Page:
In spite of this jarring hiccup, the rest of the novel ran along a more realistic feminist thread of Alcott’s decisions for independence. She leaves her family, travels to Boston, experiences hardship and rejection as a writer, and in the end, her will is once again tested, forcing her to choose between love and writing. Having taken a part-time job as a seamstress that would help her pay her way through writing and living in Boston, Joseph arrives and proposes to her. Having nothing else – no one interested in her work and contemplating becoming a teacher full-time, Joseph’s arrival is timely; he is a knight in shining armor about to help the damsel in distress. She chooses Joseph and marriage, but upon arrival at her apartment to pack, she also receives an acceptance for her work from a publisher. And this time, she chooses the publisher, the writing, the struggle that comes with living independently, not because she loves Joseph less, but because marrying Joseph would place her in the same lot she had abandoned when she left her father.

Married to Joseph, Louisa knew “she would shoulder the debts of two fathers – one dead [Joseph’s late father], with creditors lurking around his grave, the other convinced that work would sully his philosopher’s soul. The burden of it, the endless grubbing for just enough money to get by, filled her with weariness.”

In addition to these debts, she would also have to care for Joseph’s younger and spoiled sister, Catherine, who was used to extravagant parties and clothing even though her father and brother could not afford it. Joseph’s responsibility for her would become Alcott’s: Catherine didn’t like to read and could hardly cook or sew. It was no use counting on her help – she would have two to care for. A dull headache began radiating along Louisa’s hairline.”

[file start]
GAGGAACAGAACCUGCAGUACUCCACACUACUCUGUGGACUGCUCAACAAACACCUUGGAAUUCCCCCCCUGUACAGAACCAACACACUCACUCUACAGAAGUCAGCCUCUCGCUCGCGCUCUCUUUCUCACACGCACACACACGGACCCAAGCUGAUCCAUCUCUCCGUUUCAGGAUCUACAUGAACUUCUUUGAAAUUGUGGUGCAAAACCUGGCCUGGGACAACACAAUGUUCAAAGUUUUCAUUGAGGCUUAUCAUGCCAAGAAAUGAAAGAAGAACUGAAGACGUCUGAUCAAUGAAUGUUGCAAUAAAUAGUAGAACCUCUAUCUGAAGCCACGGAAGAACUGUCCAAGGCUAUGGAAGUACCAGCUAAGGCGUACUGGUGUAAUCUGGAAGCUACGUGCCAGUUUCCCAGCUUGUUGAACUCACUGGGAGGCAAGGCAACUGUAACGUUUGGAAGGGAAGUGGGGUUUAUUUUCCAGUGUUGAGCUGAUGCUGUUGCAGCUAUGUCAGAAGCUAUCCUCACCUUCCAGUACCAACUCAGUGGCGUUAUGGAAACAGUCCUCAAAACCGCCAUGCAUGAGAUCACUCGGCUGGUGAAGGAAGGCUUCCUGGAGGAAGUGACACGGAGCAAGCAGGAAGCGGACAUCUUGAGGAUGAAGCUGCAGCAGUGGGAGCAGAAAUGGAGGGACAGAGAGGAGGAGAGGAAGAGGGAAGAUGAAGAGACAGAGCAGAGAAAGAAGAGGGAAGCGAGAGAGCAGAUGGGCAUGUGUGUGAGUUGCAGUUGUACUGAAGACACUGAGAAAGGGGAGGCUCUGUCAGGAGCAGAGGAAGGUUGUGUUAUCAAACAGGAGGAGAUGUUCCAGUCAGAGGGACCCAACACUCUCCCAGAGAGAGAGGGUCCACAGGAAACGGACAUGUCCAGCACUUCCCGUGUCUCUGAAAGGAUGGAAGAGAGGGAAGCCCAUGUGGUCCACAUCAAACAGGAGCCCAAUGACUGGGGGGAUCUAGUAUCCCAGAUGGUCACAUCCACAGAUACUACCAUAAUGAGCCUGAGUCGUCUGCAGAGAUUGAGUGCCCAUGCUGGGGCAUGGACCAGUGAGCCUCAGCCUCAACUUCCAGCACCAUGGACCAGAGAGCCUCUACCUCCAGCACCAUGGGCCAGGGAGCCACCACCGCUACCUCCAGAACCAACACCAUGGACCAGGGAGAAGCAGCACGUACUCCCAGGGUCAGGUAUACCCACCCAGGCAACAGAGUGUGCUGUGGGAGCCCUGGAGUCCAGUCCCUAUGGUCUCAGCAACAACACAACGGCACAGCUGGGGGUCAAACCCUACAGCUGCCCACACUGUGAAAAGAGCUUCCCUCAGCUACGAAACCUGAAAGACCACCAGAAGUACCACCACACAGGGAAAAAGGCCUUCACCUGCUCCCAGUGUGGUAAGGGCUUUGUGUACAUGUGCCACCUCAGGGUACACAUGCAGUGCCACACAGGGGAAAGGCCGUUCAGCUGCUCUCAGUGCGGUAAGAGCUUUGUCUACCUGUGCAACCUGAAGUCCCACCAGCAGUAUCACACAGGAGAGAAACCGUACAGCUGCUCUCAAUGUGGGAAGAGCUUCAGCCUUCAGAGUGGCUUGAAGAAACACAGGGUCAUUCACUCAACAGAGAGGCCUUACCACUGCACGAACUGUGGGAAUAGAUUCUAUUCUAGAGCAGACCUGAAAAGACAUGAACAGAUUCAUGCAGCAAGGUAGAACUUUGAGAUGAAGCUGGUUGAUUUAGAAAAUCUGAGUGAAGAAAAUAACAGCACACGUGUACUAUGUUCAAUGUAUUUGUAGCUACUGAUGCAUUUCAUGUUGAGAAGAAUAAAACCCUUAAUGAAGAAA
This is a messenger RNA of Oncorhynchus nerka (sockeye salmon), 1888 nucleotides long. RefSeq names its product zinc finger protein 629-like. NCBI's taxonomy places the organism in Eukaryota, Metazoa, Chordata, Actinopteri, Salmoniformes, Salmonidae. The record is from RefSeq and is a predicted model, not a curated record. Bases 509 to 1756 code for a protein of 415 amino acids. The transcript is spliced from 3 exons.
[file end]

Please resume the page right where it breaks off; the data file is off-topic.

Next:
In choosing publication and writing over Joseph, Alcott chose herself, and this is a feminist and pioneering act on behalf of Alcott; a woman’s duty in those days was to care for others, her family, and think of herself last. Anything else was considered “unnatural” in a woman. Then unnatural, Louisa May Alcott was, for she never married, and because of her unnatural and unfeminine choices, she wrote one of the best books ever written for girls and about girls: Little Women. This book became an overnight success, making her a wealthy woman who no longer needed to fear poverty or making choices that went against her nature.

Overall, as fiction is concerned, this is a lovely book that shows us the audacious nature of one of our beloved writers, and even though it is fictional, there is a lot of Louisa May Alcott in this book. We hear her voice and experience her struggles in choosing self over duty to others, which few women circa the Victorian Era dared to envision let alone pursue. And in this, Kelly O’Connor McNees got it right.

 

Feminist Book Review: McNees’ The Lost Summer of Louisa May Alcott